Archbishop leads archdiocese in prayer for spiritual communion, entrusts Church to Blessed Mother

Archbishop Allen H. Vigneron speaks to the cameras during his homily March 15 at an empty Cathedral of the Most Blessed Sacrament. During an emotional address, the archbishop entrusted the Archdiocese of Detroit to the protection of the Blessed Virgin Mary during the coronavirus crisis, pledging to build a grotto of Our Lady of Lourdes on the cathedral grounds “as a lasting token of my gratitude, our gratitude, for the protection of the Blessed Virgin Mary.” (Photos by Valaurian Waller | Detroit Catholic)

In emotional Mass via livestream, Archbishop Vigneron pledges to build grotto to Our Lady of Lourdes as a ‘perpetual reminder’ of her care

DETROIT — Before a Cathedral of the Most Blessed Sacrament that was physically empty, but filled with the prayers, hopes and souls of thousands across Metro Detroit, Archbishop Allen H. Vigneron entrusted the protection of the Archdiocese of Detroit during the coronavirus crisis to the Blessed Virgin Mary.

On the third Sunday of Lent, Archbishop Vigneron spoke directly into the hearts and homes of Catholics throughout the archdiocese who — many for the first time in their lives — had been told to stay home from Sunday Mass.

With only two concelebrating priests, lectors, altar servers, choir members and camera operators present, the archbishop celebrated Mass livestreamed to the faithful, ensuring those watching of his prayers and the listening ear of God. 

“Before I offer my reflection, I want to assure everyone who is listening to me via electronic media, by livestream, that I’m one with all of you in prayer,” Archbishop Vigneron said. “It is, of course, a great sadness that in order to mitigate the advance of the coronavirus, we are not able to have the public celebration of the sacred liturgy today. But it is for us a blessing at least to be united in prayer through this medium. And so, I assure all of you that I bring all of your intentions with me to the altar.”

On Friday, the archbishop announced the suspension of all public Masses throughout the Archdiocese of Detroit as a response to the rapidly spreading COVID-19 virus. 

As the pandemic unfolds, more than 30 people in Michigan have been diagnosed, with health experts warning that if nothing is done to contain it, the virus could easily overwhelm American hospitals and health care facilities, leading to dire consequences such as seen in Italy, where doctors have been forced to ration care and turn critical patients away.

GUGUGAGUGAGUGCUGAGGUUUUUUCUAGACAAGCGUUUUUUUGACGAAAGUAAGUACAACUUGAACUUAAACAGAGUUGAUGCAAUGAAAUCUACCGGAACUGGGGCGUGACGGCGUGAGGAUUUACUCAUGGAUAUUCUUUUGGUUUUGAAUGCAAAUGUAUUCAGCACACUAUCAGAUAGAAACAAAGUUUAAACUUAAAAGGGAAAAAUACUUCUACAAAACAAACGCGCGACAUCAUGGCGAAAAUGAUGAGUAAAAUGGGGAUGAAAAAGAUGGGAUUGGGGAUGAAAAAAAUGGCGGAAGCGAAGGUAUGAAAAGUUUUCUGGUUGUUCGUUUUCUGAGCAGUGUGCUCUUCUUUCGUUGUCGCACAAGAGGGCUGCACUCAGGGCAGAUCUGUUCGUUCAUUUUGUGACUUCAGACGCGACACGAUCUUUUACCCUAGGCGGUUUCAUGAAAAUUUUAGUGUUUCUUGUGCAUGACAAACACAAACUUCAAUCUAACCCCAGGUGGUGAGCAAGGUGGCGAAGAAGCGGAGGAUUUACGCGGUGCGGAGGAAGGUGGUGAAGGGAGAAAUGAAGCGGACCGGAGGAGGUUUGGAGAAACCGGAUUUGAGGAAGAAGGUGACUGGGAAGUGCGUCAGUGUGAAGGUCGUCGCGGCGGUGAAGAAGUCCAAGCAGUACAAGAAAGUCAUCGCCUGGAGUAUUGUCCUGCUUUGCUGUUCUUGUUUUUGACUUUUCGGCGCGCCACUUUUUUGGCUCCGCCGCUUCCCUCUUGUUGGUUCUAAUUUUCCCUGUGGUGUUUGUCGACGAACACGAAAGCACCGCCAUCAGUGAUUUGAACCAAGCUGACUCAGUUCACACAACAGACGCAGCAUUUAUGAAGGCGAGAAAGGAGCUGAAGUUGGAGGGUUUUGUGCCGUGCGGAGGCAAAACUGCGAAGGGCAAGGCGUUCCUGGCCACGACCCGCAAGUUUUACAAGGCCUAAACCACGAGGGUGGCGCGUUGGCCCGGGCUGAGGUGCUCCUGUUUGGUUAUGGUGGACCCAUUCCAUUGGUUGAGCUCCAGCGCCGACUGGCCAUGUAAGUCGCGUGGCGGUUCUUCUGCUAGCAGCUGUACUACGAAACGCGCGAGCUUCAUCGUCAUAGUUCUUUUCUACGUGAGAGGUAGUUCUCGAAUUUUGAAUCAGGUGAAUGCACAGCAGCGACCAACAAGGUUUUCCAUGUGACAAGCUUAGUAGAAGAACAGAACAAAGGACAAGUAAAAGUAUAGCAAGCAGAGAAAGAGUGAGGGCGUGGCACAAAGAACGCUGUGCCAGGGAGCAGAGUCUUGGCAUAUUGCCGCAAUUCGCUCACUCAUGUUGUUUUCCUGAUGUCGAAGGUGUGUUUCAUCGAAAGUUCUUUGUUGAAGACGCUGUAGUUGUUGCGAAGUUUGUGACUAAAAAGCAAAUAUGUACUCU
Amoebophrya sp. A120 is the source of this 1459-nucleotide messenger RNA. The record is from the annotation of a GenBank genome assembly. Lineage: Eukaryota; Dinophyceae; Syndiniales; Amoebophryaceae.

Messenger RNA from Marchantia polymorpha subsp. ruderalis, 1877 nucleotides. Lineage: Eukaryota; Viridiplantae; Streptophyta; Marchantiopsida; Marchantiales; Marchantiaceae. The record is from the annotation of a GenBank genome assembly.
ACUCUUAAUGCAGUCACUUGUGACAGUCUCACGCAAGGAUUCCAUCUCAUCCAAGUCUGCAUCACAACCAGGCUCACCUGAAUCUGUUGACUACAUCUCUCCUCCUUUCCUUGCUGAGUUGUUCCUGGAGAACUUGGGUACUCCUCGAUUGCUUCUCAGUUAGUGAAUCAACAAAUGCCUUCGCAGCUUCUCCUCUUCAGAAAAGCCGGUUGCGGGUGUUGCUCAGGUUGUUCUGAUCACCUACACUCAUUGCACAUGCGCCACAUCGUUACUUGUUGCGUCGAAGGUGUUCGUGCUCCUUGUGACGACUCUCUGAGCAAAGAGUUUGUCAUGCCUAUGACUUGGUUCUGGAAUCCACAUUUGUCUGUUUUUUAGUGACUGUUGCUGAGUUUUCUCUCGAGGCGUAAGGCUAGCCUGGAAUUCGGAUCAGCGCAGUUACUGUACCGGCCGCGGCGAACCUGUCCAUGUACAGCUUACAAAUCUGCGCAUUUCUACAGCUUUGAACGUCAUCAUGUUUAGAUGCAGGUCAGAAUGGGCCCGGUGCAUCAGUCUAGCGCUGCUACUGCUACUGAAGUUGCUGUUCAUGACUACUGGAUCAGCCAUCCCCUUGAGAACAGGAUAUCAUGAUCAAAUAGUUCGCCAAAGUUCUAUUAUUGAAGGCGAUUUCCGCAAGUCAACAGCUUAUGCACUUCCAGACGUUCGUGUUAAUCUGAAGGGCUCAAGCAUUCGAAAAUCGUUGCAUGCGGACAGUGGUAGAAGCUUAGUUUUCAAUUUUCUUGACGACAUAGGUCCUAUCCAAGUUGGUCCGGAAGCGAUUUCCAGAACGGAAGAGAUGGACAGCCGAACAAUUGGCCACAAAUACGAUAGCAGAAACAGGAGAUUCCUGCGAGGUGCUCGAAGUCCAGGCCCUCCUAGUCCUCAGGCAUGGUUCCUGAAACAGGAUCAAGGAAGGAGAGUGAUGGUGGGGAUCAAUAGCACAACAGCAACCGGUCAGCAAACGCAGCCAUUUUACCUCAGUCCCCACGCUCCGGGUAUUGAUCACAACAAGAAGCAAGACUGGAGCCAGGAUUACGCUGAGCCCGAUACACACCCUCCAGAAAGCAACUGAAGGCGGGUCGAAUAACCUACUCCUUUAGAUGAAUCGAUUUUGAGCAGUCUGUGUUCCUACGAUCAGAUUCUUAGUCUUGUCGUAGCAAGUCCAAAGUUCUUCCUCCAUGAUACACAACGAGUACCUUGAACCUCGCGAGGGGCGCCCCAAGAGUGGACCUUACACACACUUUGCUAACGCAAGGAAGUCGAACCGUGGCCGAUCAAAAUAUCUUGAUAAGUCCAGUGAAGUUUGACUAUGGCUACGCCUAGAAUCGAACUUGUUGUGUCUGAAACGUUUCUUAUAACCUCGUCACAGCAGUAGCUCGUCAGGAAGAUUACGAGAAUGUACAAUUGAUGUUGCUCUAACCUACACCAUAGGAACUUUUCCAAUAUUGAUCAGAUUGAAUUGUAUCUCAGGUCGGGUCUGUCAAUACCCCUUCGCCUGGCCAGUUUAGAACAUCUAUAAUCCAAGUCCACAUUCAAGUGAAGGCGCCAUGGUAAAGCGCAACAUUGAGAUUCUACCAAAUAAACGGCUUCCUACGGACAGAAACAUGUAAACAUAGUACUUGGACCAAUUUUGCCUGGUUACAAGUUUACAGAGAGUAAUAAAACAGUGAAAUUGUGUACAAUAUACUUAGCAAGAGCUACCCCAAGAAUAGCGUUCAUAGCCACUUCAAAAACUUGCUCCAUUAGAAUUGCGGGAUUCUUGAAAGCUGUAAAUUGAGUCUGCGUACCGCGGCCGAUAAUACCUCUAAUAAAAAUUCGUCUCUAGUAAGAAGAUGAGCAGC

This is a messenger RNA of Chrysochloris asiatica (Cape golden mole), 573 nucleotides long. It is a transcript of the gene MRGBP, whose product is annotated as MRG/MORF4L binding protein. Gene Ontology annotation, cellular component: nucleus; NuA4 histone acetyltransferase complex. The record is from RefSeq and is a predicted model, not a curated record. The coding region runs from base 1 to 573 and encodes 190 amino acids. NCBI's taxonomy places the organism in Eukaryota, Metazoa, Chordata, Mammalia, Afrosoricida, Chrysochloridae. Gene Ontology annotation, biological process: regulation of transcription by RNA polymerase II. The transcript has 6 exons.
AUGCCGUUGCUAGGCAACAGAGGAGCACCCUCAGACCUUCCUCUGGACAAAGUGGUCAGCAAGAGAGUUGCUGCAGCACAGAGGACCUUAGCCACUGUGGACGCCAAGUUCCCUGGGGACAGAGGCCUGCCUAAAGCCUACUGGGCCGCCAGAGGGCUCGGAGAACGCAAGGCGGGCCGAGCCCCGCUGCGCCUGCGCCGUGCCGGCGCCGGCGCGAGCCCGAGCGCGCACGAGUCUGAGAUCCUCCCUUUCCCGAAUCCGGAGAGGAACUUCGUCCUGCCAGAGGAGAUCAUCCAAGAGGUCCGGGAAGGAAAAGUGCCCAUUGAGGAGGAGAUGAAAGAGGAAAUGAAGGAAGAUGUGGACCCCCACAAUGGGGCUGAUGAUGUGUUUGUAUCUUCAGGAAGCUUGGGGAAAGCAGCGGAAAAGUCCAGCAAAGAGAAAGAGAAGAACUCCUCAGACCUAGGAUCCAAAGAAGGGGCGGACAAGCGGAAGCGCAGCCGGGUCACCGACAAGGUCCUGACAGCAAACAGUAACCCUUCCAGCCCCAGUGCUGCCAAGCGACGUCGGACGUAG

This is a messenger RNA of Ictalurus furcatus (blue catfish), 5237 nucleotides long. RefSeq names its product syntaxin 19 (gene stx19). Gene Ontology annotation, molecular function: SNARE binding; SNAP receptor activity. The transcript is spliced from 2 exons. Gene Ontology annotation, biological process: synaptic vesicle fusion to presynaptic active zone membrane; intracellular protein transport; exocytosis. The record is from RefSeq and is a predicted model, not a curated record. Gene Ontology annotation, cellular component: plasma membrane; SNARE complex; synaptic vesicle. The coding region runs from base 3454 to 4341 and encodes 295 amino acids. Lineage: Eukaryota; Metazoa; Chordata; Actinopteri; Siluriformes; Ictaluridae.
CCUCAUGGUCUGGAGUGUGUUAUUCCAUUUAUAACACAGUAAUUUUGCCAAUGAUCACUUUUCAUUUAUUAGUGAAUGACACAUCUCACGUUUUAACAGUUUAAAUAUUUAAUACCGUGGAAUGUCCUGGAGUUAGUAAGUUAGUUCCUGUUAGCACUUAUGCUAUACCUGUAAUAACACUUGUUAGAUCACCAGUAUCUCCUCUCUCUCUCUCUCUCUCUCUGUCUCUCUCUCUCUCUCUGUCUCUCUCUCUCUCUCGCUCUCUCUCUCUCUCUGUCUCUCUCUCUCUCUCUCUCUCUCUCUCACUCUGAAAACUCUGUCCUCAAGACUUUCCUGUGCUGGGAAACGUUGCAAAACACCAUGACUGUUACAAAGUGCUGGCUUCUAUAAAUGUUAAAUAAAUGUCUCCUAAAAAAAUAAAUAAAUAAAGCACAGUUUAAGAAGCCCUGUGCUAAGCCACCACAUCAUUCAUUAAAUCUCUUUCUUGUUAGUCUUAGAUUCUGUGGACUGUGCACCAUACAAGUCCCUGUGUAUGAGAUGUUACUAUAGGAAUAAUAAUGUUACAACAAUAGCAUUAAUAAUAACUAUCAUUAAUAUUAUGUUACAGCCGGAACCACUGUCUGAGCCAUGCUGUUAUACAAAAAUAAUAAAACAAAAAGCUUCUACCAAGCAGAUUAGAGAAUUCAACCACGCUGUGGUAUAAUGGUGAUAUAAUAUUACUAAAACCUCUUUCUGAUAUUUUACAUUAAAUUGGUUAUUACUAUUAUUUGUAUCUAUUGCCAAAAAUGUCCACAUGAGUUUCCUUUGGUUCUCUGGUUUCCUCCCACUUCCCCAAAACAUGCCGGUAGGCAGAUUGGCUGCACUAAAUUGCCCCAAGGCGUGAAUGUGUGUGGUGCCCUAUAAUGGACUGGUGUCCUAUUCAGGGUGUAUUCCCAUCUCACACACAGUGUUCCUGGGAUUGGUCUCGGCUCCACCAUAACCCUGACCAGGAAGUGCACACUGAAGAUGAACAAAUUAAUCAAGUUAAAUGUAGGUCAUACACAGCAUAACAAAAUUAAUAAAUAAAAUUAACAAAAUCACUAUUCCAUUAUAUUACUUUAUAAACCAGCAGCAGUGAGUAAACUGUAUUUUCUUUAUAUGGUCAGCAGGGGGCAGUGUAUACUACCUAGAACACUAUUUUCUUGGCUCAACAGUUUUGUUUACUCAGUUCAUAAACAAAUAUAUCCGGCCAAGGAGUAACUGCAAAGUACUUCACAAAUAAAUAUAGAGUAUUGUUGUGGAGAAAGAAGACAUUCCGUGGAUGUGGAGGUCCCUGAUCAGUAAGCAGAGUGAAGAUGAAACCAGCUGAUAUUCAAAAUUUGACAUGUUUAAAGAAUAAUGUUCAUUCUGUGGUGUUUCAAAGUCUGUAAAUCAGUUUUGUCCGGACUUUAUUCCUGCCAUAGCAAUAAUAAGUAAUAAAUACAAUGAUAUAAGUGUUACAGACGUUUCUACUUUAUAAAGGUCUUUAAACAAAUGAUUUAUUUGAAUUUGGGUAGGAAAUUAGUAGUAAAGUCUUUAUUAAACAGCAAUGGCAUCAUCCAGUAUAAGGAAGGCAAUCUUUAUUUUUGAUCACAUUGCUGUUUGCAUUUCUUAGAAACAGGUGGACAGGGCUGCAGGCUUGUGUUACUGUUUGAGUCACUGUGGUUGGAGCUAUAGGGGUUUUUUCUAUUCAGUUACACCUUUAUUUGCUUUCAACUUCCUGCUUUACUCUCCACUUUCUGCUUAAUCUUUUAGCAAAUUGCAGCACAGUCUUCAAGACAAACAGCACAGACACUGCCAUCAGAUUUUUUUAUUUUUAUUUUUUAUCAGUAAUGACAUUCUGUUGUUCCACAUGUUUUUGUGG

Seminarians serving as altar servers lead the opening procession during an unprecedented televised Mass with no congregation from the Cathedral of the Most Blessed Sacrament on the third Sunday of Lent.

In his 10-minute homily, Archbishop Vigneron implored the faithful to stay close to Christ and his mother during the crisis, to make a daily spiritual communion, and to use the time away from Mass to “renew our gratitude for the Eucharist.”

Reflecting upon the day’s Gospel of the Samaritan woman at the well, Archbishop Vigneron said Jesus’ thirst and his subsequent promise to give himself as “living water” reflects the thirst for Communion the faithful now feel.

“We experience today in a powerful way, the thirst we cannot slake physically. We cannot gather to share in the Eucharist,” Archbishop Vigneron said. “In the year of grace 2020, we feel in an unprecedented way our thirst for Communion, our thirst for living water. We suffer.

“But we are disciples of Christ, and we recognize that history unfolds according to God’s providential Lordship,” the archbishop continued. “We need, then, to look for the grace that’s offered to us in this cross we experience, of being without the celebration of the Eucharist publicly in these days.” 

Archbishop Vigneron raises his eyes to heaven during the consecration. The archbishop became emotional as he addressed the archdiocese via livestream, leading the faithful in a prayer for spiritual communion.